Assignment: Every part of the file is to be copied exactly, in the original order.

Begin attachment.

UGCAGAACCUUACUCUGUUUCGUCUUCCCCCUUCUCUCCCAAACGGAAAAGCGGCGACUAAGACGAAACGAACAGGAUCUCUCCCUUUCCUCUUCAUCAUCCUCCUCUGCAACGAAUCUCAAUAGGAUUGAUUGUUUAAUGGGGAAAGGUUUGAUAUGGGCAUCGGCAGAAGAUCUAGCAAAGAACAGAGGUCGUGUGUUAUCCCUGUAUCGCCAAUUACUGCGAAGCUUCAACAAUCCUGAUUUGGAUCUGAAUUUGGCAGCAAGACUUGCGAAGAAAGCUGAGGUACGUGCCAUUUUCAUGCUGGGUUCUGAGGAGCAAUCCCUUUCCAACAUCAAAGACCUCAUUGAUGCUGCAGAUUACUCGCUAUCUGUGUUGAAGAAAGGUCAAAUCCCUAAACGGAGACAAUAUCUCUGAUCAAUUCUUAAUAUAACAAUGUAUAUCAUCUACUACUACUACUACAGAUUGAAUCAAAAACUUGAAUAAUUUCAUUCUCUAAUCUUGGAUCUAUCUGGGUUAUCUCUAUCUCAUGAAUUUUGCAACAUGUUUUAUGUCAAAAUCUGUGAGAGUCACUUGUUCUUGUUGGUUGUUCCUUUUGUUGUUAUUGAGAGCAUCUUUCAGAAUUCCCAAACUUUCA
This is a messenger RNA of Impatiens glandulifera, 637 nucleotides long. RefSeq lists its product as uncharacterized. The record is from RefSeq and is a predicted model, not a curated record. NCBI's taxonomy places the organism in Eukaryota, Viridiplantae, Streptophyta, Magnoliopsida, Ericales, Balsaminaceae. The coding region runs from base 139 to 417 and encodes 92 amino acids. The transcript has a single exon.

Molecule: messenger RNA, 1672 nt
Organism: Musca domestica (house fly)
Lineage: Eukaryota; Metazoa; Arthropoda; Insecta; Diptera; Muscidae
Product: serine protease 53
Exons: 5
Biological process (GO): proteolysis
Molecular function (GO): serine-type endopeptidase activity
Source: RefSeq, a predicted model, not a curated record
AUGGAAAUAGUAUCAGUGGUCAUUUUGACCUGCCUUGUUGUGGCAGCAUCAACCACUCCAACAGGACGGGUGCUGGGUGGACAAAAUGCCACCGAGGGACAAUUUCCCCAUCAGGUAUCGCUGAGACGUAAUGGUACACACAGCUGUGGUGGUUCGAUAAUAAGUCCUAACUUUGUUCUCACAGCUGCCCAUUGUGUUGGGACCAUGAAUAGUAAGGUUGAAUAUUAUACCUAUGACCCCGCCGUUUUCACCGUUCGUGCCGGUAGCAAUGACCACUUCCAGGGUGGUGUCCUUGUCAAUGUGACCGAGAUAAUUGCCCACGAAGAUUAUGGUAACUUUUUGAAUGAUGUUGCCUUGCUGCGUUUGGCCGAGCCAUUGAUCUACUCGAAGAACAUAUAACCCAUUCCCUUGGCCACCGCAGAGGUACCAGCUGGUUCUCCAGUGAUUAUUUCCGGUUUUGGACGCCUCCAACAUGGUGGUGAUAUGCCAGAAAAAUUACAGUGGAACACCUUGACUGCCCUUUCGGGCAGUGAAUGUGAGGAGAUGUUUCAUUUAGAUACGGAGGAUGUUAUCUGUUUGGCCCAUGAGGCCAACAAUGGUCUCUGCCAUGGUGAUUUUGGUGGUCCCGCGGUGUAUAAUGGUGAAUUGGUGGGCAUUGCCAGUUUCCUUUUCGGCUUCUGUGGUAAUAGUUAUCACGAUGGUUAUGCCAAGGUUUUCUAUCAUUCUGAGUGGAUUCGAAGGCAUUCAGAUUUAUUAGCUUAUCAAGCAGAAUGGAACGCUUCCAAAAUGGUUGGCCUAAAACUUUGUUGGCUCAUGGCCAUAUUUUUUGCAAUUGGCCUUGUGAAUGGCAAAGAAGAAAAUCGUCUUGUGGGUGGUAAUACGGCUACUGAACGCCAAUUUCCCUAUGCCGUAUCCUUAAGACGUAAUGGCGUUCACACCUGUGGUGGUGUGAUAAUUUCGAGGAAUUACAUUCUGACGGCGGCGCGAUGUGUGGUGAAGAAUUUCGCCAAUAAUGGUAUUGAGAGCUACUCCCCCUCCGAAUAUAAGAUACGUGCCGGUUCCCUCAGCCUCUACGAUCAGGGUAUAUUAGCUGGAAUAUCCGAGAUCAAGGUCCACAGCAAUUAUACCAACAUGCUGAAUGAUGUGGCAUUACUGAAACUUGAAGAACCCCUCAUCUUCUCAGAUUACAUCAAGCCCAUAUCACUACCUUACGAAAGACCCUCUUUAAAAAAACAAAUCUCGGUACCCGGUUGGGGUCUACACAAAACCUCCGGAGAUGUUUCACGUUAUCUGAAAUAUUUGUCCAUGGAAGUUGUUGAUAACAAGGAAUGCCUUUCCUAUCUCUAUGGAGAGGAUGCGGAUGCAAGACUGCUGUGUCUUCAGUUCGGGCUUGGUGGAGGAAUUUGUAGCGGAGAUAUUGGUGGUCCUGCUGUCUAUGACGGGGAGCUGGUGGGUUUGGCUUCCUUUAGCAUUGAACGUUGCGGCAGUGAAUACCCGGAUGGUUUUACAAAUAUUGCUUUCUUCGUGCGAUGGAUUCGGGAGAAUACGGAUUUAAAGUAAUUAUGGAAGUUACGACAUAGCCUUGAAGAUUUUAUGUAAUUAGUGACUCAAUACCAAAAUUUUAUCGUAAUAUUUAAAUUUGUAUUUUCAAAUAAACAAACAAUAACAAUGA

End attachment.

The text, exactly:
UGCAGAACCUUACUCUGUUUCGUCUUCCCCCUUCUCUCCCAAACGGAAAAGCGGCGACUAAGACGAAACGAACAGGAUCUCUCCCUUUCCUCUUCAUCAUCCUCCUCUGCAACGAAUCUCAAUAGGAUUGAUUGUUUAAUGGGGAAAGGUUUGAUAUGGGCAUCGGCAGAAGAUCUAGCAAAGAACAGAGGUCGUGUGUUAUCCCUGUAUCGCCAAUUACUGCGAAGCUUCAACAAUCCUGAUUUGGAUCUGAAUUUGGCAGCAAGACUUGCGAAGAAAGCUGAGGUACGUGCCAUUUUCAUGCUGGGUUCUGAGGAGCAAUCCCUUUCCAACAUCAAAGACCUCAUUGAUGCUGCAGAUUACUCGCUAUCUGUGUUGAAGAAAGGUCAAAUCCCUAAACGGAGACAAUAUCUCUGAUCAAUUCUUAAUAUAACAAUGUAUAUCAUCUACUACUACUACUACAGAUUGAAUCAAAAACUUGAAUAAUUUCAUUCUCUAAUCUUGGAUCUAUCUGGGUUAUCUCUAUCUCAUGAAUUUUGCAACAUGUUUUAUGUCAAAAUCUGUGAGAGUCACUUGUUCUUGUUGGUUGUUCCUUUUGUUGUUAUUGAGAGCAUCUUUCAGAAUUCCCAAACUUUCA
This is a messenger RNA of Impatiens glandulifera, 637 nucleotides long. RefSeq lists its product as uncharacterized. The record is from RefSeq and is a predicted model, not a curated record. NCBI's taxonomy places the organism in Eukaryota, Viridiplantae, Streptophyta, Magnoliopsida, Ericales, Balsaminaceae. The coding region runs from base 139 to 417 and encodes 92 amino acids. The transcript has a single exon.

Molecule: messenger RNA, 1672 nt
Organism: Musca domestica (house fly)
Lineage: Eukaryota; Metazoa; Arthropoda; Insecta; Diptera; Muscidae
Product: serine protease 53
Exons: 5
Biological process (GO): proteolysis
Molecular function (GO): serine-type endopeptidase activity
Source: RefSeq, a predicted model, not a curated record
AUGGAAAUAGUAUCAGUGGUCAUUUUGACCUGCCUUGUUGUGGCAGCAUCAACCACUCCAACAGGACGGGUGCUGGGUGGACAAAAUGCCACCGAGGGACAAUUUCCCCAUCAGGUAUCGCUGAGACGUAAUGGUACACACAGCUGUGGUGGUUCGAUAAUAAGUCCUAACUUUGUUCUCACAGCUGCCCAUUGUGUUGGGACCAUGAAUAGUAAGGUUGAAUAUUAUACCUAUGACCCCGCCGUUUUCACCGUUCGUGCCGGUAGCAAUGACCACUUCCAGGGUGGUGUCCUUGUCAAUGUGACCGAGAUAAUUGCCCACGAAGAUUAUGGUAACUUUUUGAAUGAUGUUGCCUUGCUGCGUUUGGCCGAGCCAUUGAUCUACUCGAAGAACAUAUAACCCAUUCCCUUGGCCACCGCAGAGGUACCAGCUGGUUCUCCAGUGAUUAUUUCCGGUUUUGGACGCCUCCAACAUGGUGGUGAUAUGCCAGAAAAAUUACAGUGGAACACCUUGACUGCCCUUUCGGGCAGUGAAUGUGAGGAGAUGUUUCAUUUAGAUACGGAGGAUGUUAUCUGUUUGGCCCAUGAGGCCAACAAUGGUCUCUGCCAUGGUGAUUUUGGUGGUCCCGCGGUGUAUAAUGGUGAAUUGGUGGGCAUUGCCAGUUUCCUUUUCGGCUUCUGUGGUAAUAGUUAUCACGAUGGUUAUGCCAAGGUUUUCUAUCAUUCUGAGUGGAUUCGAAGGCAUUCAGAUUUAUUAGCUUAUCAAGCAGAAUGGAACGCUUCCAAAAUGGUUGGCCUAAAACUUUGUUGGCUCAUGGCCAUAUUUUUUGCAAUUGGCCUUGUGAAUGGCAAAGAAGAAAAUCGUCUUGUGGGUGGUAAUACGGCUACUGAACGCCAAUUUCCCUAUGCCGUAUCCUUAAGACGUAAUGGCGUUCACACCUGUGGUGGUGUGAUAAUUUCGAGGAAUUACAUUCUGACGGCGGCGCGAUGUGUGGUGAAGAAUUUCGCCAAUAAUGGUAUUGAGAGCUACUCCCCCUCCGAAUAUAAGAUACGUGCCGGUUCCCUCAGCCUCUACGAUCAGGGUAUAUUAGCUGGAAUAUCCGAGAUCAAGGUCCACAGCAAUUAUACCAACAUGCUGAAUGAUGUGGCAUUACUGAAACUUGAAGAACCCCUCAUCUUCUCAGAUUACAUCAAGCCCAUAUCACUACCUUACGAAAGACCCUCUUUAAAAAAACAAAUCUCGGUACCCGGUUGGGGUCUACACAAAACCUCCGGAGAUGUUUCACGUUAUCUGAAAUAUUUGUCCAUGGAAGUUGUUGAUAACAAGGAAUGCCUUUCCUAUCUCUAUGGAGAGGAUGCGGAUGCAAGACUGCUGUGUCUUCAGUUCGGGCUUGGUGGAGGAAUUUGUAGCGGAGAUAUUGGUGGUCCUGCUGUCUAUGACGGGGAGCUGGUGGGUUUGGCUUCCUUUAGCAUUGAACGUUGCGGCAGUGAAUACCCGGAUGGUUUUACAAAUAUUGCUUUCUUCGUGCGAUGGAUUCGGGAGAAUACGGAUUUAAAGUAAUUAUGGAAGUUACGACAUAGCCUUGAAGAUUUUAUGUAAUUAGUGACUCAAUACCAAAAUUUUAUCGUAAUAUUUAAAUUUGUAUUUUCAAAUAAACAAACAAUAACAAUGA